Men of Mathematics, he christened them the "Invariant
Twins." It is appropriate that Johns Hopkins University Press
should publish their biographies simultaneously.
Arthur Cayley: Mathematician Laureate of the Victorian Age,
by well-known historian of mathematics Tony Crilly, is the first
full-length account of Cayley's life. The book draws on many primary
sources. Crilly begins every chapter with a brief abstract and
divides the material into short sections, with subheads that help
keep the reader oriented. He includes surprisingly few mathematical
formulas and integrates his explanations of these smoothly with the
Cayley was born into a comfortable family. His father, Henry, was a
"Russia merchant," and Arthur spent the first seven years
of his life in St. Petersburg, where his family enjoyed gracious
living and high culture among British expatriates, at the price of
harsh winters and isolation. The family returned to England in 1828.
Young Cayley attended King's College London, where his abilities
were quickly recognized, and then entered Trinity College,
Cambridge, in 1838—the year of Queen Victoria's coronation.
When a biographical subject has led a calm, pleasant life, it is the
biographer who must suffer, searching for engaging matter.
Fortunately for Crilly, the Victorian society in which Cayley moved
was close-knit and lively. George Boole, Charles Dickens, Francis
Galton, James Clerk Maxwell and William Thomson (later Lord Kelvin)
are but a few Cayley intimates found in these pages. (Crilly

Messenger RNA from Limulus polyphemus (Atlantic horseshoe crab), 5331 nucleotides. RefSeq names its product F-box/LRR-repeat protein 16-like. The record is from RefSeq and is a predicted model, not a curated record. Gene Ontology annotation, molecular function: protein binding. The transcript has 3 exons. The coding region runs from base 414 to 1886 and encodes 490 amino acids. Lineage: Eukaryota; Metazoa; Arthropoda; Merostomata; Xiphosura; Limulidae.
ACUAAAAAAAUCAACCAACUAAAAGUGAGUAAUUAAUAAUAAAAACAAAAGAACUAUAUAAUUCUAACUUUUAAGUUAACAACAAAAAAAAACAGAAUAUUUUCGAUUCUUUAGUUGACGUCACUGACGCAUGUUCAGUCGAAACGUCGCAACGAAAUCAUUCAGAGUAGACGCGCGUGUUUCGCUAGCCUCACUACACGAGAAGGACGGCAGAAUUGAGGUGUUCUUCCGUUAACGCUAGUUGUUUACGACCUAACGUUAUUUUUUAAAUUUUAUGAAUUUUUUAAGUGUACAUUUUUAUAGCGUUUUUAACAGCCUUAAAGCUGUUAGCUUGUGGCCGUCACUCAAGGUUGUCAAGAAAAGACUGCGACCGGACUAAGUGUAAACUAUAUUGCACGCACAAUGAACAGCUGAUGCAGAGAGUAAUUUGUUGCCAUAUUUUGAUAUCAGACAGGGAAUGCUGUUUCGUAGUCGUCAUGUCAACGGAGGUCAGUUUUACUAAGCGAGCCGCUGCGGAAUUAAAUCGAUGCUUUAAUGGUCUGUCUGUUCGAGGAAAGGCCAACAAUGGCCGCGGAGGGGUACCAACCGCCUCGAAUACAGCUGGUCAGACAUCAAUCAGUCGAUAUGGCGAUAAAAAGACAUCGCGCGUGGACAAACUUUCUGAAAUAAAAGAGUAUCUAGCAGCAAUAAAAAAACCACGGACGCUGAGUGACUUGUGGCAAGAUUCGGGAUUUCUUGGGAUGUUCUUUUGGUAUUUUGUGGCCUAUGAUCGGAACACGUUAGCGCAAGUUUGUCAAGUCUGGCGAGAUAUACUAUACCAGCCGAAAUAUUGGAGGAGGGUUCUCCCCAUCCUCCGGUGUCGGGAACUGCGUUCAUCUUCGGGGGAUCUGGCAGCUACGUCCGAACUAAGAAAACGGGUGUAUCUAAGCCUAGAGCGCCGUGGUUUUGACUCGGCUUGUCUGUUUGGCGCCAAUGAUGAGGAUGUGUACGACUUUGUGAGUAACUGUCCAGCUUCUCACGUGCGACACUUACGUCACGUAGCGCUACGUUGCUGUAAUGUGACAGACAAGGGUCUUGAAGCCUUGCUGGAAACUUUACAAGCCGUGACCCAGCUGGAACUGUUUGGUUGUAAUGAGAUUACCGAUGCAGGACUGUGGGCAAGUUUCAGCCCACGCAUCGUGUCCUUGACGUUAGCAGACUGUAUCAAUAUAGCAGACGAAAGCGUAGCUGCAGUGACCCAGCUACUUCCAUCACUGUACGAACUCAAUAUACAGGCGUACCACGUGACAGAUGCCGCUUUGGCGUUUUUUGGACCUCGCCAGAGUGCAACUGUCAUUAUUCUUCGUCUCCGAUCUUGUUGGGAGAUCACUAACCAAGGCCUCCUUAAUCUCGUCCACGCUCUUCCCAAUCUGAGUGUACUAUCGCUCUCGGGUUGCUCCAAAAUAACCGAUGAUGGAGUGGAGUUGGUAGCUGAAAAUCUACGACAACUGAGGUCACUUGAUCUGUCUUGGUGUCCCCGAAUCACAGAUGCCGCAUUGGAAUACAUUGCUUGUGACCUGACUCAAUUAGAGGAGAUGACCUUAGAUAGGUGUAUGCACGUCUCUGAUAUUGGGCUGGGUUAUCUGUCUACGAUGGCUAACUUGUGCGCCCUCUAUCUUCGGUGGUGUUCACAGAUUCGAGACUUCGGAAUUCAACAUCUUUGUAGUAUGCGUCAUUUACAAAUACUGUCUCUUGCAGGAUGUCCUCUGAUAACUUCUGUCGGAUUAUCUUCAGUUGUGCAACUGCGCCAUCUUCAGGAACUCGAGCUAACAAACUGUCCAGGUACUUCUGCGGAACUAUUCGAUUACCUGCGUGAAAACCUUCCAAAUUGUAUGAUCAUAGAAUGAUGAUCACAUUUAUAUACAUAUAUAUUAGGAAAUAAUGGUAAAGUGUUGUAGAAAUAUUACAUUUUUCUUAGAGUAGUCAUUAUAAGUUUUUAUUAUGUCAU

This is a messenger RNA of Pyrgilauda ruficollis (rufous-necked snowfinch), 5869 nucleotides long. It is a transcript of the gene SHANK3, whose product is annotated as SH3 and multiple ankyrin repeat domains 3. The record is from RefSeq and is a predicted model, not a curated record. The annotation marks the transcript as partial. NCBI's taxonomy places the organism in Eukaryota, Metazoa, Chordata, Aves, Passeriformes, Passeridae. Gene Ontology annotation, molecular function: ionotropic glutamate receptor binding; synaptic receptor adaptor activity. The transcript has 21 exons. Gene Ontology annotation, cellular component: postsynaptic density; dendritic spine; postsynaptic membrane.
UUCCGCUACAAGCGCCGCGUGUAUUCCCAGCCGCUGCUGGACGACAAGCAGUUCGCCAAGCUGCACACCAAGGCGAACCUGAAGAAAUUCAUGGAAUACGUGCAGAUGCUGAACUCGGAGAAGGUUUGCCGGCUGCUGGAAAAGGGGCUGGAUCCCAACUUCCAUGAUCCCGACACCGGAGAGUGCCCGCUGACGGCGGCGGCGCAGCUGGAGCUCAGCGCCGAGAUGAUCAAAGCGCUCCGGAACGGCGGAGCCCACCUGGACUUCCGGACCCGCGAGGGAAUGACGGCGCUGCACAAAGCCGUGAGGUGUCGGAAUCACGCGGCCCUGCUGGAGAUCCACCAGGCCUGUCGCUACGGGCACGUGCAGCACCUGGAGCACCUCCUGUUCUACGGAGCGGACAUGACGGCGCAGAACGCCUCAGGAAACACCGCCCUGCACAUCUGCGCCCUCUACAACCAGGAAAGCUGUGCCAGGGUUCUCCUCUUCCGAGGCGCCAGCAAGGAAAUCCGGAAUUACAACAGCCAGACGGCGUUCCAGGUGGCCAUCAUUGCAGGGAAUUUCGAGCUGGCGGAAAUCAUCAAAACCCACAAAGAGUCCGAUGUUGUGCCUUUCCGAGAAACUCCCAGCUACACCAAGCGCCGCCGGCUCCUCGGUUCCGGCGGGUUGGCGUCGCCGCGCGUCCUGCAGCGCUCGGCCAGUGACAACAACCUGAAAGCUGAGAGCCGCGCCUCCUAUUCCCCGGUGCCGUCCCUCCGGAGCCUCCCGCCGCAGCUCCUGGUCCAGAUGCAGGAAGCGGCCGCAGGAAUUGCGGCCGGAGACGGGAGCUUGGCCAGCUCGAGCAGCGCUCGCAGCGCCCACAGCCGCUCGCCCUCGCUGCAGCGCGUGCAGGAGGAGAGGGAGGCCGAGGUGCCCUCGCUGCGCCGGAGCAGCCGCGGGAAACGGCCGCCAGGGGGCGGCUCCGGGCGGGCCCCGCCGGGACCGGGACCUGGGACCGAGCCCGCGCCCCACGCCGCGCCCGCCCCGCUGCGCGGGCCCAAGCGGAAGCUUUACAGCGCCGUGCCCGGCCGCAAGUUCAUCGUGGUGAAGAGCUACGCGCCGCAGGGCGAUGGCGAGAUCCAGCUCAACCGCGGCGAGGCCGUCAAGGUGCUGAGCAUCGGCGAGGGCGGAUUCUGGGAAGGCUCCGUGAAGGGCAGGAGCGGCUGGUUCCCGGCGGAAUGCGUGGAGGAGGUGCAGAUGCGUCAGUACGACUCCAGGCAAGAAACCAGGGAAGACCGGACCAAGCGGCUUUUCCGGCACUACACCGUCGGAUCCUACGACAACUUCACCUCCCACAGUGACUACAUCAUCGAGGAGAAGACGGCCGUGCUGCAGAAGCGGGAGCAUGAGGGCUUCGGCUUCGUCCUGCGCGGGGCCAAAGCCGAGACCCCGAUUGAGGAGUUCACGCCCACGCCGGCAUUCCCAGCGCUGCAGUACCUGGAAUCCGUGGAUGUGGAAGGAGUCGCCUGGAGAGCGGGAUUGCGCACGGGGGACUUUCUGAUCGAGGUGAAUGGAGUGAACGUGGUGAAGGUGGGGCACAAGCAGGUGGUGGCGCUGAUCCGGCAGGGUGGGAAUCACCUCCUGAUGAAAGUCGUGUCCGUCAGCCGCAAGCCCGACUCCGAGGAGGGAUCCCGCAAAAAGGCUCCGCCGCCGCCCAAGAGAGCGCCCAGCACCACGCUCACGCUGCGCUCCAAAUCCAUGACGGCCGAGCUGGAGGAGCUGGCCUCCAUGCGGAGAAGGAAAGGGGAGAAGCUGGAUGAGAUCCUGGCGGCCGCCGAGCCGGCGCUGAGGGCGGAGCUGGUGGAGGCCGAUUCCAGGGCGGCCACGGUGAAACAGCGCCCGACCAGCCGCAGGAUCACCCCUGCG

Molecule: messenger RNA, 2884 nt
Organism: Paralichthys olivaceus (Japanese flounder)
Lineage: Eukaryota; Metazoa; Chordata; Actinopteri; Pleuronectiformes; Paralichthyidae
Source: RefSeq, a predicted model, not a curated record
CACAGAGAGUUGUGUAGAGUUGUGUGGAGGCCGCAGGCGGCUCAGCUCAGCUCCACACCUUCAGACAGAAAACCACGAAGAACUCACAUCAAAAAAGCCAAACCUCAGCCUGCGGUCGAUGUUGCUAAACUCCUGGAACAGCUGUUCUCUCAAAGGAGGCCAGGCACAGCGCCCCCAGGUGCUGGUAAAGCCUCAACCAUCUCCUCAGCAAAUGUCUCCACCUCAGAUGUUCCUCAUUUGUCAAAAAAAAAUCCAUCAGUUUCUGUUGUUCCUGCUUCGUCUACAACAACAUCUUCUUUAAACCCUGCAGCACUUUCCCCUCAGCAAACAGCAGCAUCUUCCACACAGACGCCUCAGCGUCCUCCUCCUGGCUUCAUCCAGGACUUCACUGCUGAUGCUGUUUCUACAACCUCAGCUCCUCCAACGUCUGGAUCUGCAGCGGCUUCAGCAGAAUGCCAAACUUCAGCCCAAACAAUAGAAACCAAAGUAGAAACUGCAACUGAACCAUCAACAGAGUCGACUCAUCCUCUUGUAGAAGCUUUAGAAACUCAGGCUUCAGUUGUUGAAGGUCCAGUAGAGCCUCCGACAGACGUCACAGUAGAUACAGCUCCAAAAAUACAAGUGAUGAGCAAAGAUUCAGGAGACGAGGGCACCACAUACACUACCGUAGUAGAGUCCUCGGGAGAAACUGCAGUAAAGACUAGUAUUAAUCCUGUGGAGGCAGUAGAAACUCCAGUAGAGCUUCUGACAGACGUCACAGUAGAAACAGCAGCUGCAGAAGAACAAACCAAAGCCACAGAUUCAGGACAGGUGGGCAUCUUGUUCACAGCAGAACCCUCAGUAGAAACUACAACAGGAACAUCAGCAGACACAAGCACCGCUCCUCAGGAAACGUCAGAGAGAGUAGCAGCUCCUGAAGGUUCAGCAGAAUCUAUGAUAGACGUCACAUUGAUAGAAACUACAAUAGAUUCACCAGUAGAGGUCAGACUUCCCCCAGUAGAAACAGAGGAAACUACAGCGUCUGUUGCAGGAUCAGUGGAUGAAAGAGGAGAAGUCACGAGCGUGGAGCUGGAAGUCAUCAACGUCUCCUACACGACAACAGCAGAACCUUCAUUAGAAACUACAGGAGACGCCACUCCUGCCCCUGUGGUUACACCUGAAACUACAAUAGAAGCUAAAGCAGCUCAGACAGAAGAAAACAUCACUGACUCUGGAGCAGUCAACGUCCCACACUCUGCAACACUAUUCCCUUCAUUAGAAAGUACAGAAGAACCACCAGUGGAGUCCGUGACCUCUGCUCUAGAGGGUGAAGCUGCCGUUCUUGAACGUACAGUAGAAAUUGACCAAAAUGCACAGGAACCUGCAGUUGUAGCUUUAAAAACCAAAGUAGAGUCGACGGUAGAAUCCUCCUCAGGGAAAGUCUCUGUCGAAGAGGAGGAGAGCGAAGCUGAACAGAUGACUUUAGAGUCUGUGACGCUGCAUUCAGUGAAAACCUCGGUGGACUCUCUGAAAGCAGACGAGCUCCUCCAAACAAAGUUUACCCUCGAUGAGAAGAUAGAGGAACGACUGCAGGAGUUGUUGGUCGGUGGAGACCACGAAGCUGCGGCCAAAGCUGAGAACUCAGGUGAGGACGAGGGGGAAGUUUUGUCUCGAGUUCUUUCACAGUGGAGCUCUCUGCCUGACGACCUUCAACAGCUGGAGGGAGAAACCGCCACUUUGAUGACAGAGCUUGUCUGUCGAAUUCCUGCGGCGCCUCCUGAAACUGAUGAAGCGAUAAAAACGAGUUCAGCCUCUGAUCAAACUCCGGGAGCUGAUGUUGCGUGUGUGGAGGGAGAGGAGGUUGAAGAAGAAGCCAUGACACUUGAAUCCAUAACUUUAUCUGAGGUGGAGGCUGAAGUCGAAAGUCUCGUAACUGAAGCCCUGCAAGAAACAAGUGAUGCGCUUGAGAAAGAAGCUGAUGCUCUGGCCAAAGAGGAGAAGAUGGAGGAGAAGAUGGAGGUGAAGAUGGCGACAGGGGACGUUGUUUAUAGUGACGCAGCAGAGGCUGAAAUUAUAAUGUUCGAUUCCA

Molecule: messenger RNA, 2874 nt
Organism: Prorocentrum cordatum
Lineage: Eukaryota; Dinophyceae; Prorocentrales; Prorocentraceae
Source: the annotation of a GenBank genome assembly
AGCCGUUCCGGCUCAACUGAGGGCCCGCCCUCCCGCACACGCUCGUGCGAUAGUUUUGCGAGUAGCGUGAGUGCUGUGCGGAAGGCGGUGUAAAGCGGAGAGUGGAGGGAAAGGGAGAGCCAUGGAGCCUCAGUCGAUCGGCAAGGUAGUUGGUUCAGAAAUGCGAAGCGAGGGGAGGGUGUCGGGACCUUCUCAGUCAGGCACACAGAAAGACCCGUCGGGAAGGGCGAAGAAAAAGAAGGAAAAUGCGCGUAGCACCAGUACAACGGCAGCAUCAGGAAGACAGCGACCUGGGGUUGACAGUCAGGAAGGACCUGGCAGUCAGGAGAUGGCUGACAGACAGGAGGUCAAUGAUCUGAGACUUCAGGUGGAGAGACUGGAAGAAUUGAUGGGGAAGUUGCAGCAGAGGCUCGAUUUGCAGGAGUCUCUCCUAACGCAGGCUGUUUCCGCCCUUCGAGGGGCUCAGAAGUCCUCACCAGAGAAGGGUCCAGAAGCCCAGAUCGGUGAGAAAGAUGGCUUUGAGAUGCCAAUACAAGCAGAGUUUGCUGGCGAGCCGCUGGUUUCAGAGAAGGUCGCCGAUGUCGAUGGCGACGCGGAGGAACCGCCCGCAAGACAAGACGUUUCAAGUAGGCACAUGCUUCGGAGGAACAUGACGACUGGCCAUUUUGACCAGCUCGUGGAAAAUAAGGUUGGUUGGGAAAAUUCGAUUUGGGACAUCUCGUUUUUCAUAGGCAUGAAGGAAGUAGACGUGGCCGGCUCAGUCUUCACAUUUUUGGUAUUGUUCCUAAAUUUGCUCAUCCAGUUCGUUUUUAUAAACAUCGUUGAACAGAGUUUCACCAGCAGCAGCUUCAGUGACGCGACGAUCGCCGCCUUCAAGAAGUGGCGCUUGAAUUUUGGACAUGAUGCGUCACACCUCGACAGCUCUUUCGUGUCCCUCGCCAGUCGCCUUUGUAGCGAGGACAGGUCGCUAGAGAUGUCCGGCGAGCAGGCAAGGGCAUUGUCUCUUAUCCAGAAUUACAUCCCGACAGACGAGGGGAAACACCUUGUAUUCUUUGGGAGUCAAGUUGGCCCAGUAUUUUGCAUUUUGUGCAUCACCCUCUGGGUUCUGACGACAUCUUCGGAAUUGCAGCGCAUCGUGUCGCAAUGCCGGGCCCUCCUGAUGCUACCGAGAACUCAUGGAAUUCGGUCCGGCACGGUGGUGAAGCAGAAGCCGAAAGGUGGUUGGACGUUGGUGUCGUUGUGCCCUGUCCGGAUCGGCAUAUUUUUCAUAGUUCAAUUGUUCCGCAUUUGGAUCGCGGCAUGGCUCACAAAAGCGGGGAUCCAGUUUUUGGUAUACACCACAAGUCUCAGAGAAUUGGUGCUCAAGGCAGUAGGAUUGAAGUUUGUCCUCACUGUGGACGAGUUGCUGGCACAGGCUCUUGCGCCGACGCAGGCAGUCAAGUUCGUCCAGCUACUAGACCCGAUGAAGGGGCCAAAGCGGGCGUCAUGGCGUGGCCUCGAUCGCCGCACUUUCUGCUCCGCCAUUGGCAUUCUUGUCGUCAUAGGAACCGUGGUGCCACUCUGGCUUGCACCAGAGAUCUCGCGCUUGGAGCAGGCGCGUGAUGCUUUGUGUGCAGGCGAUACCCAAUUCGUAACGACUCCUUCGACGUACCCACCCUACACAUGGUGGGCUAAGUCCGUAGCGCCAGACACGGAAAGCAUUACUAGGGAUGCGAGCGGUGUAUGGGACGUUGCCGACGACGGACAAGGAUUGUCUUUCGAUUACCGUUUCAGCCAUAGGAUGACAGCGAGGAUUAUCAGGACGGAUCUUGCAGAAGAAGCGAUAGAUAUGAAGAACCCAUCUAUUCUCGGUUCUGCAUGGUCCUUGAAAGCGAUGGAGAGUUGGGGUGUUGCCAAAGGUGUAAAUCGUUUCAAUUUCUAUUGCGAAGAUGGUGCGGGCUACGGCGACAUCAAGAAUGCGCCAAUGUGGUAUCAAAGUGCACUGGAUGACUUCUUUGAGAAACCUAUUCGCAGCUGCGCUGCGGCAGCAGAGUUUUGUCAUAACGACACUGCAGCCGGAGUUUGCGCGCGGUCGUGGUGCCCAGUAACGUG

includes such details as that Cayley disliked Dickens's novels,
preferring instead those of Jane Austen.)
Anyone interested in the emerging role of the research mathematician
in England will find Crilly's book particularly rewarding. Cayley
finally attained a professorship at the age of 41, when he became
the first person elected to the Sadlerian chair of mathematics at
Cambridge. In accepting the position, he happily traded income for leisure.
Scientific research had by that time gained acceptance at Cambridge.
However, pure mathematics was regarded as mere mental gymnastics, or
at best a scientific tool; "mixed mathematics" (what today
we call applied mathematics) was valued more. Shortly after Cayley
was appointed, William Thomson expressed that popular bias to
Hermann von Helmholtz: "Oh! that the CAYLEYS would devote that
skill that they have to such things [Kirchoff's work on electrical
conducting plates] instead of to pieces of algebra which possibly
interest four people in the world, certainly not more, and possibly
also only the one person who works."
Cayley was elected president of the British Association for the
Advancement of Science in 1883, an honor that no pure mathematician
had enjoyed in nearly 40 years. The association's annual meeting in
Southport attracted scientists, politicians, preachers and the
working class. Fear of mathematics being nothing new, an anxious
rumor spread there that the new president would require a blackboard